Grace's Guide

British Industrial History

Grace's Guide is the leading source of historical information on industry and manufacturing in Britain. This web publication contains 148,369 pages of information and 233,846 images on early companies, their products and the people who designed and built them.

Devon Valley Railway

From Graces Guide

Jump to: navigation, search

Constructed by William Leslie (1802-1879).

The Devon Valley Line was built in two portions by two different companies. The first three and a half miles from Alloa to Tillicoultry, was built by the Stirling and Dunfermline Railway Company, who were then owners of a line open at that time from Alloa to Dunfermline. A temporary terminus was set up at Glenfoot about one third of a mile short of Tillicoultry on June 3 1851 and continued into Tillicoultry later the same year. The owning Company was absorbed by the Edinburgh and Glasgow Railway Co in June 1858, which in turn was amalgamated with the North British Railway Co from August 1 1865.

After an interval of about 7 years a new Company named the Devon Valley Railway Company was incorporated by an Act of Parliament on July 23 1858 with power to extend the railway from Tillicoultry to Kinross. The first sod was cut south of Rumbling Bridge on Saturday August 4 1860 and the first section opened was the six and a half mile Kinross to Rumbling Bridge on May 1 1863.

After a further lapse of 4 years due to financial difficulties work began at the other end on the two and three-quarter miles from Tillicoultry to Dollar. This section was brought into use on May 3 1869 and finally the four and a quarter miles section from Dollar to Rumbling Bridge was opened on May 1 1871 making through working between Alloa and Kinross possible.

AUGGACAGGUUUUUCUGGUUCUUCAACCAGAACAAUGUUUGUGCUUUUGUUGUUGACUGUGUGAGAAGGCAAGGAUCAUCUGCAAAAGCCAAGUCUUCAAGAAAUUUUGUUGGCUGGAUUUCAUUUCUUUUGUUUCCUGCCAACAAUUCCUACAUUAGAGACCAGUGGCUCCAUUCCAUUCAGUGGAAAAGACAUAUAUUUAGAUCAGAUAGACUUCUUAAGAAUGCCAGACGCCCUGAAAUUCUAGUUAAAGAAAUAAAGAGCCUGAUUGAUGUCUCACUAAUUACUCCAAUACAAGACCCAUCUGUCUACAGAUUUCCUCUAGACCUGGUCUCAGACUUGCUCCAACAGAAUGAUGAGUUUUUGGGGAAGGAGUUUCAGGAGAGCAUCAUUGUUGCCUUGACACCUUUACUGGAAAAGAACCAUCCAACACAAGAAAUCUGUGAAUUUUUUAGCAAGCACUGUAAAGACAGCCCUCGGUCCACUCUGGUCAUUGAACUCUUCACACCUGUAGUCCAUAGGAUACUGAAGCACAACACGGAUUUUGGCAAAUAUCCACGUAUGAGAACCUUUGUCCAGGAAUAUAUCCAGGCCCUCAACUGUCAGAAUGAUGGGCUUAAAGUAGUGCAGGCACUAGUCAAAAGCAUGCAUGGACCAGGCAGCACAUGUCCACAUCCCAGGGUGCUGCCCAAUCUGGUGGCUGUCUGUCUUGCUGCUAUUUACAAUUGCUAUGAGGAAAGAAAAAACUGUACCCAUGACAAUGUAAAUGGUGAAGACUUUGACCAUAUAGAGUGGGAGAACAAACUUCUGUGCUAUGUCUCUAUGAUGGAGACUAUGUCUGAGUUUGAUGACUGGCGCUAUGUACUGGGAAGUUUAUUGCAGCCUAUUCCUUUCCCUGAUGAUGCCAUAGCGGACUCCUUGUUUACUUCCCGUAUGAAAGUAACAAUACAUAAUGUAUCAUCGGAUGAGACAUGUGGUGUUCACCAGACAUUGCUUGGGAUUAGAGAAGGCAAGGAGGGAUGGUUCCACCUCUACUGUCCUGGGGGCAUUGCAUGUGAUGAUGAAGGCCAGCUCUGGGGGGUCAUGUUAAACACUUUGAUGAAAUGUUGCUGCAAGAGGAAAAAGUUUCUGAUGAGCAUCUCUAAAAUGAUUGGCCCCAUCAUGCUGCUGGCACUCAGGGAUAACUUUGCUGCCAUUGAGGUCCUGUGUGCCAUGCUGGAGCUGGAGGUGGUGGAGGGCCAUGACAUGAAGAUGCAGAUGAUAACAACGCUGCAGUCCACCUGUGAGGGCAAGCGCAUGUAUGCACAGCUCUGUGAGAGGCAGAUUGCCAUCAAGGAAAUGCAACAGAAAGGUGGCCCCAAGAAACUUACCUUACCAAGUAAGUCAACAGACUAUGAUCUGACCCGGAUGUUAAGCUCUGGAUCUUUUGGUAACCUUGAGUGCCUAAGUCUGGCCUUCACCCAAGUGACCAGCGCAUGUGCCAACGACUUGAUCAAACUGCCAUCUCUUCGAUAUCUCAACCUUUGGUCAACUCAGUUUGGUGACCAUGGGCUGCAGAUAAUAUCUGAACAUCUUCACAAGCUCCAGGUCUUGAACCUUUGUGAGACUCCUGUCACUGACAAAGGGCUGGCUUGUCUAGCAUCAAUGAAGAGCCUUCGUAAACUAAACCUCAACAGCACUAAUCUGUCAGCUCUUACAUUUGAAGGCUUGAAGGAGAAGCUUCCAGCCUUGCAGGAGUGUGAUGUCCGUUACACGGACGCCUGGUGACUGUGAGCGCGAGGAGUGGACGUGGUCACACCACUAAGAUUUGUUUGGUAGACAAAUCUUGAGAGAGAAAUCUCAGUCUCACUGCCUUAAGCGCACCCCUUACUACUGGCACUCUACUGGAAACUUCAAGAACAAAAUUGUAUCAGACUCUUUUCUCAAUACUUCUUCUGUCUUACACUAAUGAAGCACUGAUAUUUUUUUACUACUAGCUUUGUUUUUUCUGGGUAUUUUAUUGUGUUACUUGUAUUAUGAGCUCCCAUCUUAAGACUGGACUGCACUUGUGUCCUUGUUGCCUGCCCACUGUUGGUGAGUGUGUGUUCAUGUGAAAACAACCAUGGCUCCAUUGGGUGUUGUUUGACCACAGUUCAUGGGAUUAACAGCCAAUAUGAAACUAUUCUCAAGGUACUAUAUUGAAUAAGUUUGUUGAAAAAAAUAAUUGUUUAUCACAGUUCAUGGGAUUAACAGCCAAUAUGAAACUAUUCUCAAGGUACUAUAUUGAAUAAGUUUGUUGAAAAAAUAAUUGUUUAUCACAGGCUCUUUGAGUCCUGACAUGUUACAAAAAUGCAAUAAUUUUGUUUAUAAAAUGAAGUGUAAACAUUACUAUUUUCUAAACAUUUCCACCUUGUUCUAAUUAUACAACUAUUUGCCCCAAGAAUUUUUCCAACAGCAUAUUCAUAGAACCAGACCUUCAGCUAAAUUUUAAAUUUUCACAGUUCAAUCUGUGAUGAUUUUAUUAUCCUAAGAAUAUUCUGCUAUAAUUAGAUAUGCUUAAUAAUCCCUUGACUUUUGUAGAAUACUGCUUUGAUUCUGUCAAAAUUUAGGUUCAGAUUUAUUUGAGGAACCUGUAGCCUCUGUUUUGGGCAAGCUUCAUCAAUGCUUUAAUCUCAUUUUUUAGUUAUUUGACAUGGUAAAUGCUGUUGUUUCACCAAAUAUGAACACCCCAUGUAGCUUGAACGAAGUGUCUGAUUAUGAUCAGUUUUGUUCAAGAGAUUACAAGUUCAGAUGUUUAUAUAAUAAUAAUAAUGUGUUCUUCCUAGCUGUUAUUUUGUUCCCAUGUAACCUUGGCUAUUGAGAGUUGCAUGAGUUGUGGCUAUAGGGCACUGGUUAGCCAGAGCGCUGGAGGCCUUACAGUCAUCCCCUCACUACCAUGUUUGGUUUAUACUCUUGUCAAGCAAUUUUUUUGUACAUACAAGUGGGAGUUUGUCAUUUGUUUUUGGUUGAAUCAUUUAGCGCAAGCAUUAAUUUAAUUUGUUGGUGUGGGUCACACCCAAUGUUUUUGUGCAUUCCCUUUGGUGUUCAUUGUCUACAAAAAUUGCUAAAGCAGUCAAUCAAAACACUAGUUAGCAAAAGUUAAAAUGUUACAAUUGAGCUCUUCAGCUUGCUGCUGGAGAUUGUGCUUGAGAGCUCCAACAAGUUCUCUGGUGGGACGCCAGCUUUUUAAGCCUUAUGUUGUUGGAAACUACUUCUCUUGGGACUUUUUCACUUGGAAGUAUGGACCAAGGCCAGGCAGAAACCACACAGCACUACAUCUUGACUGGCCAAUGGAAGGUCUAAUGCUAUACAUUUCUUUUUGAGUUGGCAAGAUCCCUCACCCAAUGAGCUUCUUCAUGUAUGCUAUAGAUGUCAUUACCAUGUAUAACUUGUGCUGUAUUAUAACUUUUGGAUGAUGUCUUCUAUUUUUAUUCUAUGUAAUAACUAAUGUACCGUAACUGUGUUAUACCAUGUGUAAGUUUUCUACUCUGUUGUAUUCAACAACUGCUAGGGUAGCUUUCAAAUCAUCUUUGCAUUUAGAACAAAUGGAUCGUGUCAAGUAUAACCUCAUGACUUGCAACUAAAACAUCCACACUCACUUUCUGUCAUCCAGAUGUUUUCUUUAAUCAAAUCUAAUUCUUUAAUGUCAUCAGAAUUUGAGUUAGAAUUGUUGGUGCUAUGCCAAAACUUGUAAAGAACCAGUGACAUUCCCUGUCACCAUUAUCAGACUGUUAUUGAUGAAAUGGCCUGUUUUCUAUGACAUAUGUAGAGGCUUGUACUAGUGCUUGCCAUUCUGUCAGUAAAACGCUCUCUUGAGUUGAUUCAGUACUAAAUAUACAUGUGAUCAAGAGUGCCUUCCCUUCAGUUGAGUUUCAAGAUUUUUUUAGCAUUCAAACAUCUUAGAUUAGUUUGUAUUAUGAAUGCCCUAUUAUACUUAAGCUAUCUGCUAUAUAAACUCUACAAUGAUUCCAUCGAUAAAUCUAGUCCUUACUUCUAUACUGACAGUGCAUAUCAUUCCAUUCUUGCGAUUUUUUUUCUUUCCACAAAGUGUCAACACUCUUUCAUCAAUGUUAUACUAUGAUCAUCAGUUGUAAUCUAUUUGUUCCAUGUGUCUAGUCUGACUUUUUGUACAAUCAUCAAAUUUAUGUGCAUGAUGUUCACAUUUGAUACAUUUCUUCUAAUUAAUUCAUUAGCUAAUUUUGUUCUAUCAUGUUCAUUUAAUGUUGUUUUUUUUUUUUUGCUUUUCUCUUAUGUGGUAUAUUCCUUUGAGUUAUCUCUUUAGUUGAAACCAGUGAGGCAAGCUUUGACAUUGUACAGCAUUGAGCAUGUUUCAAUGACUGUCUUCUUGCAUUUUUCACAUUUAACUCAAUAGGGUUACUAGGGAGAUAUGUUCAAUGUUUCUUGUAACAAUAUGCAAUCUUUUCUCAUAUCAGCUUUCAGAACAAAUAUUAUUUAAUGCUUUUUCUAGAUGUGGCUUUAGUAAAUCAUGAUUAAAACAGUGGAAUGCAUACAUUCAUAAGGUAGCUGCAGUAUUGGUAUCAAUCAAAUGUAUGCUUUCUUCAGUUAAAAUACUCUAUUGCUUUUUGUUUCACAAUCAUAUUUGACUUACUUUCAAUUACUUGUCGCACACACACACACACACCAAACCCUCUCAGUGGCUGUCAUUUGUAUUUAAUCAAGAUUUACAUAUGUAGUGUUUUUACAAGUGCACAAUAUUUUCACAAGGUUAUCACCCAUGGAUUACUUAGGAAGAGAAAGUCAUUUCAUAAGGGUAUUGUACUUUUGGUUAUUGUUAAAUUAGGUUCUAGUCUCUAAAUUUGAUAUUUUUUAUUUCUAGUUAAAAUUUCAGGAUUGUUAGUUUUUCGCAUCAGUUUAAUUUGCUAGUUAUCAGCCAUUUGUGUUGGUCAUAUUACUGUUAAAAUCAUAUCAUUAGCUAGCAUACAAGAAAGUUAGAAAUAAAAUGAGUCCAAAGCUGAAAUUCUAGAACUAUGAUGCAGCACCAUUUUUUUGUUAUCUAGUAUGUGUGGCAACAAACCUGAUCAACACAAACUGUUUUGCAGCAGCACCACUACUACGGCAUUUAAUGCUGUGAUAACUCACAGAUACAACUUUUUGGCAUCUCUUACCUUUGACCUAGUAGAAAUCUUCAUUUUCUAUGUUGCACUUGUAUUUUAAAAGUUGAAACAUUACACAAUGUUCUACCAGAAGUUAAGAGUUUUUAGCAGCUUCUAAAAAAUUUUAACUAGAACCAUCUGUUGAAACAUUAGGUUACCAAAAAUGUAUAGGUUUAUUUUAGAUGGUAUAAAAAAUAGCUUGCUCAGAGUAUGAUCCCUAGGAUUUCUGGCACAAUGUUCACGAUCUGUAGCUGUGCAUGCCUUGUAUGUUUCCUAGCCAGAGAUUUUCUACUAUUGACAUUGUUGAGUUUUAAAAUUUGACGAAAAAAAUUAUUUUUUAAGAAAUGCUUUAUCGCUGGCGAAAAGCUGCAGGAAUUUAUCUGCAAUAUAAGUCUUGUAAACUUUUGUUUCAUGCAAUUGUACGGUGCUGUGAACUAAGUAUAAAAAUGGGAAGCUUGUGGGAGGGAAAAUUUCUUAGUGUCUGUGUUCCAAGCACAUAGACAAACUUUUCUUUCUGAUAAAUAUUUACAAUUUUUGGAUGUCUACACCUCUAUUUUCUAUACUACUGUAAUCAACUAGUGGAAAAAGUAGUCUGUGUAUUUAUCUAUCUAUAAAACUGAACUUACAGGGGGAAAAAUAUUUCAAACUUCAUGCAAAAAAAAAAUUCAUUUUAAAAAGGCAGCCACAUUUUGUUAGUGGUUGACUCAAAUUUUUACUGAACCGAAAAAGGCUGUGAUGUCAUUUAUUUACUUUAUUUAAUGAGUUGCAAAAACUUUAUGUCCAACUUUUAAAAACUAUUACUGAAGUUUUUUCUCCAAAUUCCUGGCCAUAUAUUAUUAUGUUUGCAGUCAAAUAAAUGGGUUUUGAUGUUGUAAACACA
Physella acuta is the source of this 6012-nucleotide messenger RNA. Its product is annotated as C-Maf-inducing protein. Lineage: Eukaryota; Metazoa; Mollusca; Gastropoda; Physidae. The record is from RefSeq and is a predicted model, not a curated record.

The Devon Valley Railway Company was amalgamated with the North British Railway Co from 1st January 1875, and passed to the LNER on January 1st 1923 then becoming part of British Railways on January 1st 1948.

Passengers from Tillicoultry were well served by a good time table and many extra excursions were provided to various seaside resorts, and scenic beauty spots. Queen Victoria travelled over the line from Perth and a spot near Rumbling Bridge is still known a the Queen's view; this gives a lovely panoramic view of the Ochil hills. The coming of the omnibus and the very convenient and frequent service provided together with a more direct route to Stirling along the Hillfoots and of course latterly the private car made deep in-roads into rail traffic from which it never recovered.

On the freight side a considerable amount of coal a handled at one time from the local pits and mines together with goods and material coming and going from local factories.

It was in the early 1920s, that Samuel Jones & Co. (Devondale) Limited began production at Tillicoultry, and their traffic became a valuable source of revenue to the railway; vans of raw material inward, and containers of finished product outward with a continual shuttle service of containers back and forth to the nearby mills. In these days articulated lorries it is perhaps difficult to imagine the early containers being pulled by horses.

The closing of most local pits and mines greatly reduced the railways earnings, and as with the passenger traffic the writing was on the wall.

Tillicoultry Station closed to passengers on June 13 1964, and it was a fitting climax to its history that on June 28th 1963 the Royal Train arrived conveying Her Majesty Queen Elizabeth and His Royal Highness the Duke of Edinburgh for a tour of the county.

British Rail decided to close the station completely from April 25th 1966, and concentrate all good traffic on Alloa, and so the station which has won several prizes for it floral display, has now reached the end of its useful life, and only the coal train from Dollar mine now pass its platforms."[1]

See Also

Loading...

Sources of Information

  1. Samuel Jones & Co Quarterly Magazine - Christmas 1966 Vol 44 no.2